Difference between revisions of "Wiki World"

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*Community Wiki
*Community Wiki
***[http://wiki.ucalgary.ca/page/Main_Page University of Calgary Wiki]
***[http://arborwiki.org/index.php?title=Main_Page Ann Arbor Wiki] (done by the Community High School Web Group)
***[http://arborwiki.org/index.php?title=Main_Page Ann Arbor Wiki] (done by the Community High School Web Group)
***[http://rocwiki.org/ RocWiki]: The People's Guide to Rochester
***[http://rocwiki.org/ RocWiki]: The People's Guide to Rochester

Revision as of 14:32, 2 January 2006

What is a Wiki?

A wiki allows a group of people to collaboratively develop a Web site with no knowledge of HTML or other markup languages. Anyone can add to or edit pages in a wiki -- it is completely egalitarian. Anyone can create new wiki pages simply by creating a new link with the name of the page. Pages are connected not hierarchically, but by hyperlinks between pages.

According to the creator of Wiki, Ward Cunningham, wikis can be identified by the following characteristics:

  • "A wiki invites all users to edit any page or to create new pages within the wiki Web site, using only a plain-vanilla Web browser without any extra add-ons."
  • "Wiki promotes meaningful topic associations between different pages by making page link creation almost intuitively easy and by showing whether an intended target page exists or not."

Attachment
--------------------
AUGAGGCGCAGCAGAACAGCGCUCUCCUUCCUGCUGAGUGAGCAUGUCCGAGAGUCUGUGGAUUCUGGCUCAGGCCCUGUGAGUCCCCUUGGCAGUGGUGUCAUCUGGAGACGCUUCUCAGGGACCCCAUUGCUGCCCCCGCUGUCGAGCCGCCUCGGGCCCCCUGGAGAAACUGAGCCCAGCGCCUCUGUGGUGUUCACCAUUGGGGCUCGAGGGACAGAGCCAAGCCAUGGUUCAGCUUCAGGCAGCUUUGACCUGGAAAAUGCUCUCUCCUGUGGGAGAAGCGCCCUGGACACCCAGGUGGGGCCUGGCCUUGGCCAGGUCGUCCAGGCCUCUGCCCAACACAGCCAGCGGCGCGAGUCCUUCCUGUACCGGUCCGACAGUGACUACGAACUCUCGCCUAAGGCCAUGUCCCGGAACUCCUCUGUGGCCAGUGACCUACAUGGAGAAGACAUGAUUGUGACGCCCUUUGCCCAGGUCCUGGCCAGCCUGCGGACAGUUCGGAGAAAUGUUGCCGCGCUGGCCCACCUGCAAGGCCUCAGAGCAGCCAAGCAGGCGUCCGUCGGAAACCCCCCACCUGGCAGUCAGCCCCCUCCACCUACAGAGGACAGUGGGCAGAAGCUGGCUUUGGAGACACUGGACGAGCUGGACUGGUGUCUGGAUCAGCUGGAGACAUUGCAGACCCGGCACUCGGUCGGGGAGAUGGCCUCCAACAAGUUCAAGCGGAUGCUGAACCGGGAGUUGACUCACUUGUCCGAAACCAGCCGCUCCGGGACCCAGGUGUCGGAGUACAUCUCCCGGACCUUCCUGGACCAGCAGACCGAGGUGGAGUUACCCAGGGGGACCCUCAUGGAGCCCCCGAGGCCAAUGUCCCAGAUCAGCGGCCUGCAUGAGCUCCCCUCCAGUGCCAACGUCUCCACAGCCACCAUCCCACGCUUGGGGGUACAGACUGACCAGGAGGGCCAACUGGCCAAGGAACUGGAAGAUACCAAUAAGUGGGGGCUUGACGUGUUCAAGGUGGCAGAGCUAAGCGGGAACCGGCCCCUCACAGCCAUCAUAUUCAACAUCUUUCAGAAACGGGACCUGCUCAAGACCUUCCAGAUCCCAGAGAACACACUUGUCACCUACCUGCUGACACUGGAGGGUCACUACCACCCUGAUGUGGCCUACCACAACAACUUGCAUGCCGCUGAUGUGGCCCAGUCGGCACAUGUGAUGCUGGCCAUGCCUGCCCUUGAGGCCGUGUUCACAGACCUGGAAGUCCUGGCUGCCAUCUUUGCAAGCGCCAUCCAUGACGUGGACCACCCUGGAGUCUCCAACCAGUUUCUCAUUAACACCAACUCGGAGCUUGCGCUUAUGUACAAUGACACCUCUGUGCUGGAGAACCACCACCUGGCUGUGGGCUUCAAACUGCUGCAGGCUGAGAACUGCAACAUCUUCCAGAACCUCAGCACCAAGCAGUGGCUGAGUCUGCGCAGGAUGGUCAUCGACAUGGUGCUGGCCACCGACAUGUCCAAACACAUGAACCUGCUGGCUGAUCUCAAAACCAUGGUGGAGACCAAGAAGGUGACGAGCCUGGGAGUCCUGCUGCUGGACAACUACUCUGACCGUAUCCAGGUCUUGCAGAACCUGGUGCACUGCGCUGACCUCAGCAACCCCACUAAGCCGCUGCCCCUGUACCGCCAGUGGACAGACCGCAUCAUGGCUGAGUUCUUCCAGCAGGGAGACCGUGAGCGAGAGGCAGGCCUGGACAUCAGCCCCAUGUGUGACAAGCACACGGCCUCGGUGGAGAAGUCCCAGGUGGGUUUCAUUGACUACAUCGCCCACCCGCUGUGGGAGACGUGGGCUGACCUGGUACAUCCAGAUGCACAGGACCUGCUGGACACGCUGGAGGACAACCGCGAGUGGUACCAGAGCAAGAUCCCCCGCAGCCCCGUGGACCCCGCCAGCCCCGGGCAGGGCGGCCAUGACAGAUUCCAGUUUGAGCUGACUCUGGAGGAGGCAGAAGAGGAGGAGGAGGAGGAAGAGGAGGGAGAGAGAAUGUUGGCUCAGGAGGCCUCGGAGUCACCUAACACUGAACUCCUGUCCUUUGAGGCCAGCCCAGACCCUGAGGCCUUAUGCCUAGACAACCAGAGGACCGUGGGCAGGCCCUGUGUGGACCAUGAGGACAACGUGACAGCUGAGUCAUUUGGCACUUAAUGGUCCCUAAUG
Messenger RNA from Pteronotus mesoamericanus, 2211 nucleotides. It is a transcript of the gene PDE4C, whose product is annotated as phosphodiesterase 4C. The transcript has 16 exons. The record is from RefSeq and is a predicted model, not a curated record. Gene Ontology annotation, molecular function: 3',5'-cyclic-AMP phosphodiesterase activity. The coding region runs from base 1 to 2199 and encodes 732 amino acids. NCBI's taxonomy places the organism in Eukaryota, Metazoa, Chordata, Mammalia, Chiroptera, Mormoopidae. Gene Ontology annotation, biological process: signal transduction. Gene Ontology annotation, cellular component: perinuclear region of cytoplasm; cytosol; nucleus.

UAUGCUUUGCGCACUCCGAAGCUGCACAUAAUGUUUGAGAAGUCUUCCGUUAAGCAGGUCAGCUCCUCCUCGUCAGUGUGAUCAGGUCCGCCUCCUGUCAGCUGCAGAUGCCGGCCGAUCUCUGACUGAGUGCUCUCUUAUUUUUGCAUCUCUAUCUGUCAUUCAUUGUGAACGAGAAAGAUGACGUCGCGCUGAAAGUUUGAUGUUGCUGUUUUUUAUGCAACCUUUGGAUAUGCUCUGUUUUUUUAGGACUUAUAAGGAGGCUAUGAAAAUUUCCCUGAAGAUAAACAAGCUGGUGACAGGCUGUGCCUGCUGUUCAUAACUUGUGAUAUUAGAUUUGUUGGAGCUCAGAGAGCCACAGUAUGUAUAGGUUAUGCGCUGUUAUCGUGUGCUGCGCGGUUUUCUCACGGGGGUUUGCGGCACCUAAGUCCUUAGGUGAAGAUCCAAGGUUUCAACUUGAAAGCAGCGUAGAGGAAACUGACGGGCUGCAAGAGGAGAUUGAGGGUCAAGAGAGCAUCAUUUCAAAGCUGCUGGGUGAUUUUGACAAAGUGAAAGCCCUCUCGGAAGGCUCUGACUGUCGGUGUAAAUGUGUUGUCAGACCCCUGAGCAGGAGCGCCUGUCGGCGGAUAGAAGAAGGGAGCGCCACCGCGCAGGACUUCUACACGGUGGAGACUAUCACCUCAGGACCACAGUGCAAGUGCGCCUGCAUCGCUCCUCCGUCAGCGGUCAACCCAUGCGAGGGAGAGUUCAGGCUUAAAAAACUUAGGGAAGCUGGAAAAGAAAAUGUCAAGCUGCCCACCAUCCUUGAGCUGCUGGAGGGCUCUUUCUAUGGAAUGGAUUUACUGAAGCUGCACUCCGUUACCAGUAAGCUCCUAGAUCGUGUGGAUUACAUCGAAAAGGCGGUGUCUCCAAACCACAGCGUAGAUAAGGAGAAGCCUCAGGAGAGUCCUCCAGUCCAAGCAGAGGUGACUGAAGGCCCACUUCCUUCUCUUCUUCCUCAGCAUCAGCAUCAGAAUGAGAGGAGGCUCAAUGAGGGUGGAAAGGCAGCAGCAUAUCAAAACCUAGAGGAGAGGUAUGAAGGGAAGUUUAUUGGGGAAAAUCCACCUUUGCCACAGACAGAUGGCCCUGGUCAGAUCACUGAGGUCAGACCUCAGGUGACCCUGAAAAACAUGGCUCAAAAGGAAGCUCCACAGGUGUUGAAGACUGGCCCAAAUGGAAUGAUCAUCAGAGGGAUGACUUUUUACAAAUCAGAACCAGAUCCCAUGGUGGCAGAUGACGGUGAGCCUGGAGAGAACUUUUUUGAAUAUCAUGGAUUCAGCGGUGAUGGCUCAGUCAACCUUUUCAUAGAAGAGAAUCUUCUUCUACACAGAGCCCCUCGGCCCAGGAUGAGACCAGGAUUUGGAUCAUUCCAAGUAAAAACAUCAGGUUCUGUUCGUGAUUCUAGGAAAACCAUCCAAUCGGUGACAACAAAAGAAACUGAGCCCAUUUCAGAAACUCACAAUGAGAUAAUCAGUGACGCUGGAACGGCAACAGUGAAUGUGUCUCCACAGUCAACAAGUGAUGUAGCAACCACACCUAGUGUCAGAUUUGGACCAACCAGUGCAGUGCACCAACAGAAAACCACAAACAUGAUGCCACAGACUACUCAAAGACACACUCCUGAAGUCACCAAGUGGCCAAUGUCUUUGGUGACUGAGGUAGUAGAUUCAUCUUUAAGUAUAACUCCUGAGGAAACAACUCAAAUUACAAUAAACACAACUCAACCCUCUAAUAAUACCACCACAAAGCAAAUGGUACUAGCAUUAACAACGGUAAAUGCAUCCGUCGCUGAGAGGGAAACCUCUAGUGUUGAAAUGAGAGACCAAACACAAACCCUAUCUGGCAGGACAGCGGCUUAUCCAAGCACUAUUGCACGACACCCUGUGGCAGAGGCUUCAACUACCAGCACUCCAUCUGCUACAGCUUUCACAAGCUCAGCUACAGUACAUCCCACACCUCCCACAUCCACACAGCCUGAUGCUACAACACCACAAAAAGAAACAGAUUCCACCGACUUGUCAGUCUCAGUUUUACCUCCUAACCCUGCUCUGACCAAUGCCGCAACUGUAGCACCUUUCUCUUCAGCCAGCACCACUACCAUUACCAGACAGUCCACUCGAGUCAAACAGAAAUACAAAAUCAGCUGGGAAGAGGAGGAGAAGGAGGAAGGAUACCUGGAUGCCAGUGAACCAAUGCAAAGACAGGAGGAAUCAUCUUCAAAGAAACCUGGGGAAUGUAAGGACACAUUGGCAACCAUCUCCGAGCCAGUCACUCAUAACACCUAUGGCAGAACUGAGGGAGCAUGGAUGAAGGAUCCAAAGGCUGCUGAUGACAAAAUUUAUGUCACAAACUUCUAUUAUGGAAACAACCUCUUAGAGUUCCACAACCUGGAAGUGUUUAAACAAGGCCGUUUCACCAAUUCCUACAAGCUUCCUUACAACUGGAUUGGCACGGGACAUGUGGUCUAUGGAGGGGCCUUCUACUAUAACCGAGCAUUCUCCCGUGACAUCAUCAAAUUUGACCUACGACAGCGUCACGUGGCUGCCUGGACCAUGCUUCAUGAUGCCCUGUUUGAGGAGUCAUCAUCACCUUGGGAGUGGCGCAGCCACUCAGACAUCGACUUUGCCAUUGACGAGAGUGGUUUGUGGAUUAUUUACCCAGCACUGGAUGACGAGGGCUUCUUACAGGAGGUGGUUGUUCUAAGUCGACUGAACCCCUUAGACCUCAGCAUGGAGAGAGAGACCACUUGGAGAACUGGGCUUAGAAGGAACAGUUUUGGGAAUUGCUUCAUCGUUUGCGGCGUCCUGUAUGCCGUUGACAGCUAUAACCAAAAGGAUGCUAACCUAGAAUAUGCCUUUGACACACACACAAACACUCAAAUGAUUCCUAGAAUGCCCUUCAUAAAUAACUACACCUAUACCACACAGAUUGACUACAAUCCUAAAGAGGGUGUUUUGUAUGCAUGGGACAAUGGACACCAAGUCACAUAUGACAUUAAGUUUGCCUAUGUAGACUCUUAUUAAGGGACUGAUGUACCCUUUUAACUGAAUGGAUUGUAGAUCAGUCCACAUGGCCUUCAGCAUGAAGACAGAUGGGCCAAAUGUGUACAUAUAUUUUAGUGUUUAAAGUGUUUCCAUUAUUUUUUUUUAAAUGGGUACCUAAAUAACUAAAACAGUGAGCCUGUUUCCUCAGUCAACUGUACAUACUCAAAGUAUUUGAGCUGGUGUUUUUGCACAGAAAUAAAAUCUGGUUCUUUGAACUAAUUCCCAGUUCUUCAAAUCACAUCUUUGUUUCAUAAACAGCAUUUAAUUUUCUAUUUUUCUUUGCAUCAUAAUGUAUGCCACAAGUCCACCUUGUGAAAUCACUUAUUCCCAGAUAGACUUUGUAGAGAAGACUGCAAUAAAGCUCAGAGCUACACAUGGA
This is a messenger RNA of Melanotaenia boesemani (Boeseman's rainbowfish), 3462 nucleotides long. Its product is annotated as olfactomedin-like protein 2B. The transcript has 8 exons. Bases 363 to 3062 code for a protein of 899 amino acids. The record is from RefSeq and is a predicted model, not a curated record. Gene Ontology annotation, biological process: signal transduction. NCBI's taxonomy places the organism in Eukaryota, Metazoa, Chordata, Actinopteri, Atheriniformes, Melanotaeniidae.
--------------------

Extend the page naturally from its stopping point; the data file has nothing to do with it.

• "A wiki is not a carefully crafted site for casual visitors. Instead, it seeks to involve the visitor in an ongoing process of creation and collaboration that constantly changes the Web site landscape."

(From Leuf, Bo and Ward Cunningham. The Wiki Way: Quick Collaboration on the Web. Upper Saddle River, N.J.: Pearson, 2001: 16.)

Why Wiki?

  • Easy to use
    • Web-based
    • Simple syntax (don't need to know HTML)
  • Anyone can make changes -- no more waiting for the Webmaster to get around to your requested changes.
  • Many free and open source options
  • Flexible and extensible

Why Not?

  • Too open -- "I don't want someone changing my writing!"
  • Vandalism and spam
  • No "credit"
  • Intellectual property issues

How Libraries Can Use Wikis With Their Patrons

  • Wikify the OPAC
    • Patrons annotating the catalog -- see Open WorldCat for an example.

How Librarians Can Use Wikis for Knowledge Sharing and Collaboration

  • Collective Knowledge Base
    • Stop reinventing the wheel!
    • Benefit from the experiences of others
    • Examples:
  • Planning Space for Conferences, Meetings, etc.
  • Group Projects
    • Collaboratively editing a document.

So You Want To Build a Wiki: Important Considerations

Where Will Your Wiki Live?

DIY Wikis (hosted on your server, installed by you)

Check out the Wiki Matrix to compare wikis side-by-side.

Hosted Wikis/Wiki Farms (your wiki on another company's servers)

Check out the List of wiki farms in the Wikipedia.

Important Things to Consider When Choosing Wiki Software

  • Programming language
  • Ease of installation
  • Ease of use
  • Cost
  • Syntax
  • Version control
  • Ability to hold discussions
  • RSS
  • Ability to change look
  • Security
    • Permissioning
    • Spam prevention

Getting People On Board

  • Have a specific purpose
  • To structure or not to structure?
  • Be explicit.
  • Actively prevent spam.

See my advice for building a successfull wiki at ALA Wiki: What I learned and what I’m doing with it (on my blog) and So You Want to Build a Wiki? (from WebJunction).